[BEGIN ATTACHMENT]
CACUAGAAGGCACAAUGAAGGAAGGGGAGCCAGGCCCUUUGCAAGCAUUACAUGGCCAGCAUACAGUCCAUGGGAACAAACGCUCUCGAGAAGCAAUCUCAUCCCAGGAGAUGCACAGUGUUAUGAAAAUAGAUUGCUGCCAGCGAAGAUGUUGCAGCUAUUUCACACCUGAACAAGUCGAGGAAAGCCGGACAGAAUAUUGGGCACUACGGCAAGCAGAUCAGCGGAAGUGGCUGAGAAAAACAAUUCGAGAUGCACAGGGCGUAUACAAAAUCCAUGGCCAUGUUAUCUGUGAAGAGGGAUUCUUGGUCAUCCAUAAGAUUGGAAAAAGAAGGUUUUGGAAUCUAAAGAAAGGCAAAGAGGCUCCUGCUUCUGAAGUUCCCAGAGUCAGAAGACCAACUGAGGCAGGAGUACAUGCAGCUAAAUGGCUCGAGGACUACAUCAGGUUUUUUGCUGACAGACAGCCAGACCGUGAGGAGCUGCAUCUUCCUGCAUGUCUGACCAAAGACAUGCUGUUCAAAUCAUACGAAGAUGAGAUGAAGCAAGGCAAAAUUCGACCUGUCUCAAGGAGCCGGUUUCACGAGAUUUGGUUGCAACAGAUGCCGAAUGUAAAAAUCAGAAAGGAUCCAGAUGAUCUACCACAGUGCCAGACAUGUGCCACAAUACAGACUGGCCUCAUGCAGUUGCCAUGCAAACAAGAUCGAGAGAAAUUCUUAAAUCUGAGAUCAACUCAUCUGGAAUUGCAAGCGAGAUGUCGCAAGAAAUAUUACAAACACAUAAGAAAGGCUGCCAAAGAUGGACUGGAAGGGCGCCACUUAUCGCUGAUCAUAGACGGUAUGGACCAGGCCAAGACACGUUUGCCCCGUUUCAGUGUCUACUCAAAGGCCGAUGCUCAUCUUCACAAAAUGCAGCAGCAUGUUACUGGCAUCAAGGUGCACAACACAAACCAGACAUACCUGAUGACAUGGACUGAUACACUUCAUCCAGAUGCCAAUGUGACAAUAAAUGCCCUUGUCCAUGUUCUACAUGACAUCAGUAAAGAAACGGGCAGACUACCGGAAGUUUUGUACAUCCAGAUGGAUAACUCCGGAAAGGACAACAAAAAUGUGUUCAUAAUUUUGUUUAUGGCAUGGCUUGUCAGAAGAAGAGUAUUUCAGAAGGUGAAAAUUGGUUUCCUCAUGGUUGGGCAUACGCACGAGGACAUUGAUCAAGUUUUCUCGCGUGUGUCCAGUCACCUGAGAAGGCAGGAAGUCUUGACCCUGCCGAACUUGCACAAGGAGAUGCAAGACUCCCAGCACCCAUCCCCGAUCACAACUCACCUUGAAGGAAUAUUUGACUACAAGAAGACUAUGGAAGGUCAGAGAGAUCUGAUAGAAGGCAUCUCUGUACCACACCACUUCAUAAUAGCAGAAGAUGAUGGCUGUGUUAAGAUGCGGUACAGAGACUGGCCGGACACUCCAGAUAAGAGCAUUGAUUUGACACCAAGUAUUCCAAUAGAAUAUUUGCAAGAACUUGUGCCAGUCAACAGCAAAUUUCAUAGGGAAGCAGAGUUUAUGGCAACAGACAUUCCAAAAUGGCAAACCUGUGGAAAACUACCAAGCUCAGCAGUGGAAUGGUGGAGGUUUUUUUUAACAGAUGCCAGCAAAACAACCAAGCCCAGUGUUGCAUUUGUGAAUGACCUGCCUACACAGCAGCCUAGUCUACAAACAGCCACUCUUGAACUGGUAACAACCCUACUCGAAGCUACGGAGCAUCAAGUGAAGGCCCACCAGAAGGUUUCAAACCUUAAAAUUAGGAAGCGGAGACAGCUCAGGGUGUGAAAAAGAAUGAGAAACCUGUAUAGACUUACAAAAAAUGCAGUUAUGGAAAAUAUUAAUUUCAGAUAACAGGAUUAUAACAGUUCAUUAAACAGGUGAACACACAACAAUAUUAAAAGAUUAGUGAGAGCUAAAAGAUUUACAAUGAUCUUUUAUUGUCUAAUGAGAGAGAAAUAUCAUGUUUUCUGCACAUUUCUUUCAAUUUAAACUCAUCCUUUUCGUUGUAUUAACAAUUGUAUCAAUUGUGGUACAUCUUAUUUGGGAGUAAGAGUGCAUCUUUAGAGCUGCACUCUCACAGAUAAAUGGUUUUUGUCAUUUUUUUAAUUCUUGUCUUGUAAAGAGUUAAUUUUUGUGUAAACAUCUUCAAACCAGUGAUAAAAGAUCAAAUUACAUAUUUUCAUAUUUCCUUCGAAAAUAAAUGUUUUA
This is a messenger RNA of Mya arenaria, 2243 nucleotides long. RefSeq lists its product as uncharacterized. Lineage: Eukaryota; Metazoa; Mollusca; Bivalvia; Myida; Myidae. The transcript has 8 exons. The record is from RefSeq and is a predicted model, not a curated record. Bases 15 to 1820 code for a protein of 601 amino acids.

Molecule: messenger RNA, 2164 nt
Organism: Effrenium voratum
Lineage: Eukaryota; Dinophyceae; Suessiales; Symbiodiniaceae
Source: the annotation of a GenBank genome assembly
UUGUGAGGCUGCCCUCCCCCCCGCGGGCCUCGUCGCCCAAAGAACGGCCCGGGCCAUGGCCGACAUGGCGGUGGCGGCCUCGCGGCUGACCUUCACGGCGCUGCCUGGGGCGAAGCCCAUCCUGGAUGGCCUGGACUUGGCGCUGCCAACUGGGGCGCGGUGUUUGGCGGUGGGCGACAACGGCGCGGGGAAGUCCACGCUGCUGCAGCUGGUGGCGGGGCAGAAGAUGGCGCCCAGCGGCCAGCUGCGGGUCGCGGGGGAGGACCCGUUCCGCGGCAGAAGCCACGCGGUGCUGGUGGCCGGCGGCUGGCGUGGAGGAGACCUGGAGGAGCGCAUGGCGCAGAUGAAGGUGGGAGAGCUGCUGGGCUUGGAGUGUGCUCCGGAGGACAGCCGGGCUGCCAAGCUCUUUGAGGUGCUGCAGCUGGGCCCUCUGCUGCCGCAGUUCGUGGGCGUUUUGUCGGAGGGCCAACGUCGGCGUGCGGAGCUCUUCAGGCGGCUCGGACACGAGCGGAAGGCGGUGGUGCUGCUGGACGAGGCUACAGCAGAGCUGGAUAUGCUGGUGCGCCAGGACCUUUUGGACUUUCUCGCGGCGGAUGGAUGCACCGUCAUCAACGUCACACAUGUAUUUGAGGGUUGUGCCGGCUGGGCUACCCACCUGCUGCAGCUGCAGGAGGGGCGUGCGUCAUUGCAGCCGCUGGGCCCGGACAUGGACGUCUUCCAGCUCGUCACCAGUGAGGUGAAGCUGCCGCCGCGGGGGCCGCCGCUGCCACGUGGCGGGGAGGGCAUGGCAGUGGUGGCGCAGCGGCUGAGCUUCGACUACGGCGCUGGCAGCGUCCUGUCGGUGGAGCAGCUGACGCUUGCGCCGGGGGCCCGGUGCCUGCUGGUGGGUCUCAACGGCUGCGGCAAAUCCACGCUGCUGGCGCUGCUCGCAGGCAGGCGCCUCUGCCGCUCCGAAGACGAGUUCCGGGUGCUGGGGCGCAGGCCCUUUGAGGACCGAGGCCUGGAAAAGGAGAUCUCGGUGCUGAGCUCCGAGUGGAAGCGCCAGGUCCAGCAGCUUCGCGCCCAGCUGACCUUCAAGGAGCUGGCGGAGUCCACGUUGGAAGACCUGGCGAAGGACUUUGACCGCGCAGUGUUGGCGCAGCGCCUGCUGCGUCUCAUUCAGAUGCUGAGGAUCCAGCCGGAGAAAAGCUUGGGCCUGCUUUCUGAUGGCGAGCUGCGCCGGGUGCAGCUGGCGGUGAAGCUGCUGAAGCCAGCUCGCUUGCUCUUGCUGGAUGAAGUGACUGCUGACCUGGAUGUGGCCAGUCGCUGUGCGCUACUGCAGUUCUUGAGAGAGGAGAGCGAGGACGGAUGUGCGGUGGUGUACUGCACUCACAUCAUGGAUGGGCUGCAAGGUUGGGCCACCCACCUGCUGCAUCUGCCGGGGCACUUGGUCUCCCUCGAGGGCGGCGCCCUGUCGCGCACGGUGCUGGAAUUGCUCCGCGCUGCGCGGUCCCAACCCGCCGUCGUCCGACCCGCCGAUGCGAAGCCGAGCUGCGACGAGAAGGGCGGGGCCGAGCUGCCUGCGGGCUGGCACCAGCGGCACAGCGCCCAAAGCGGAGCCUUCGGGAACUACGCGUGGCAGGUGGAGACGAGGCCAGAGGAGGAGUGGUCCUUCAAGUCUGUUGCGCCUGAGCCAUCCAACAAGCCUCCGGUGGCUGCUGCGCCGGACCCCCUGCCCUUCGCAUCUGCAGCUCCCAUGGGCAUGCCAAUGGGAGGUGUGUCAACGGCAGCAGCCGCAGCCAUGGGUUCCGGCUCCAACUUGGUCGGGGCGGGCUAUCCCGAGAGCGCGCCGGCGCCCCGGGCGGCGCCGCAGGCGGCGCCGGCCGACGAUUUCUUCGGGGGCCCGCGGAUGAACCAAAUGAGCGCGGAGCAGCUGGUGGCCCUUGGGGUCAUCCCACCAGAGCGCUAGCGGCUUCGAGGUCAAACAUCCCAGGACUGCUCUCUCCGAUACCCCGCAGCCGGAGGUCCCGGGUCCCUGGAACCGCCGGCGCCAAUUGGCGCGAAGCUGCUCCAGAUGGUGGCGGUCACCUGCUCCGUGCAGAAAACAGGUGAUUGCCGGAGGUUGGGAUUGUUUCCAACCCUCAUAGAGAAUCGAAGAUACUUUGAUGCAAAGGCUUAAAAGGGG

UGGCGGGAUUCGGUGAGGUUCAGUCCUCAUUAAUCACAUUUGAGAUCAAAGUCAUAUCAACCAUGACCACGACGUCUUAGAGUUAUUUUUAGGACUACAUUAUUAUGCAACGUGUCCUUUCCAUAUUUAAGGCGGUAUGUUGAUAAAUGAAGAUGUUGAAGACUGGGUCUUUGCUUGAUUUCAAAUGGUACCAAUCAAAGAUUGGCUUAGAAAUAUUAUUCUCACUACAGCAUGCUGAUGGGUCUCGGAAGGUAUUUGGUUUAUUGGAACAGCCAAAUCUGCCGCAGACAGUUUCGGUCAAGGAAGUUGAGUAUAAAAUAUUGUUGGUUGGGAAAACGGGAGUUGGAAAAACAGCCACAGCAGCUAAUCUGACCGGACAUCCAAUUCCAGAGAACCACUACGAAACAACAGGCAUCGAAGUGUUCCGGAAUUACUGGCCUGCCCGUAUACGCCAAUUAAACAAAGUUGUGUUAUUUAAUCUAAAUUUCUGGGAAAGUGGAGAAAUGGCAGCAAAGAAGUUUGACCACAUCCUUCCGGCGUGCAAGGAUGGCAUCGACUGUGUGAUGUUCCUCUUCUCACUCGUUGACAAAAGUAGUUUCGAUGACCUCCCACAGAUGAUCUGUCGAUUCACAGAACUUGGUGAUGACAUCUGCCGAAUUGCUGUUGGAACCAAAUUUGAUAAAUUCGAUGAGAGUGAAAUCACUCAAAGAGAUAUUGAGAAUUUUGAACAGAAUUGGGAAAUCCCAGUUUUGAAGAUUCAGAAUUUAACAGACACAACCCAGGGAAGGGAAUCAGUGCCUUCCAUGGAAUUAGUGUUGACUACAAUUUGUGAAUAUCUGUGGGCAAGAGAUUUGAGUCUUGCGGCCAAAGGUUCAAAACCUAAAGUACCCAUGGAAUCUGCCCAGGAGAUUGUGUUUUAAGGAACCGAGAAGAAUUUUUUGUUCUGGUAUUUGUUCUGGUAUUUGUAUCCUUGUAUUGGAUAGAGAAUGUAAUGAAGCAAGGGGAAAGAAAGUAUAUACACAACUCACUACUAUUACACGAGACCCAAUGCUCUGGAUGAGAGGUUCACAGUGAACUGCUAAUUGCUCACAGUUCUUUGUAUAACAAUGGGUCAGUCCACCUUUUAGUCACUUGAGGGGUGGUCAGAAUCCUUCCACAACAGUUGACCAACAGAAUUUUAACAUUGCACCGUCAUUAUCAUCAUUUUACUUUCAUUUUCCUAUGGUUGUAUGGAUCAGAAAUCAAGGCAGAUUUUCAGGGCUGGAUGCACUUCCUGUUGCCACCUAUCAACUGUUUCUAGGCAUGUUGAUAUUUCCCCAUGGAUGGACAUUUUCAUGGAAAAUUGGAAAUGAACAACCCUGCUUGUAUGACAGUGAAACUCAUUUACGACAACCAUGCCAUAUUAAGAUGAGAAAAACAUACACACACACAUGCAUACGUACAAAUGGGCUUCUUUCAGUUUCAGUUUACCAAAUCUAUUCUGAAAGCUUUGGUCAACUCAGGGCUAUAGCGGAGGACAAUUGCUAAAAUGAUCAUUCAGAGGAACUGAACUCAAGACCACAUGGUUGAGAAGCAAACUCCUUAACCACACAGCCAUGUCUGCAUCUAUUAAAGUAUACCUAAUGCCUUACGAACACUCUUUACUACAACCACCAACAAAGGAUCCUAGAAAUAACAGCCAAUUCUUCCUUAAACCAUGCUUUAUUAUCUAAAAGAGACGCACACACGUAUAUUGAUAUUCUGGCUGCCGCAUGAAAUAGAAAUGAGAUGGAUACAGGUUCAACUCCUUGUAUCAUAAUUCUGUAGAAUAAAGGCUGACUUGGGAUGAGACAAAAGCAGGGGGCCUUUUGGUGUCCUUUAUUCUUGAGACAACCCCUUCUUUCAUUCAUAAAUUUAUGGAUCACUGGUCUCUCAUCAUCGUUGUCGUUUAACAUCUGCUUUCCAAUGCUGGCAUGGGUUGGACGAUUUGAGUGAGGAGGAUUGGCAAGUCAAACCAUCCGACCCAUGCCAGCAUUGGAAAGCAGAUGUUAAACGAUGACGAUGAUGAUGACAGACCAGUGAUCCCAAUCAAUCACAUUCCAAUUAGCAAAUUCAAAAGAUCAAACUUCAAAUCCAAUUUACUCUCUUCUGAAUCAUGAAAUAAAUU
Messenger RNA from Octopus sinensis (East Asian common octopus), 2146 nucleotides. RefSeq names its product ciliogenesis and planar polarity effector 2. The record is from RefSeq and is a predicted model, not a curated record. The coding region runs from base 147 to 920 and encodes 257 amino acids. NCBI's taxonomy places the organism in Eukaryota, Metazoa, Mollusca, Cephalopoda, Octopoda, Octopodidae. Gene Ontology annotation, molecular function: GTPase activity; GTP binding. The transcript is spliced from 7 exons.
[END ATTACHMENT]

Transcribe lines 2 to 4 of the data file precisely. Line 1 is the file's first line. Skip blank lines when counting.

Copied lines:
This is a messenger RNA of Mya arenaria, 2243 nucleotides long. RefSeq lists its product as uncharacterized. Lineage: Eukaryota; Metazoa; Mollusca; Bivalvia; Myida; Myidae. The transcript has 8 exons. The record is from RefSeq and is a predicted model, not a curated record. Bases 15 to 1820 code for a protein of 601 amino acids.

Molecule: messenger RNA, 2164 nt
Organism: Effrenium voratum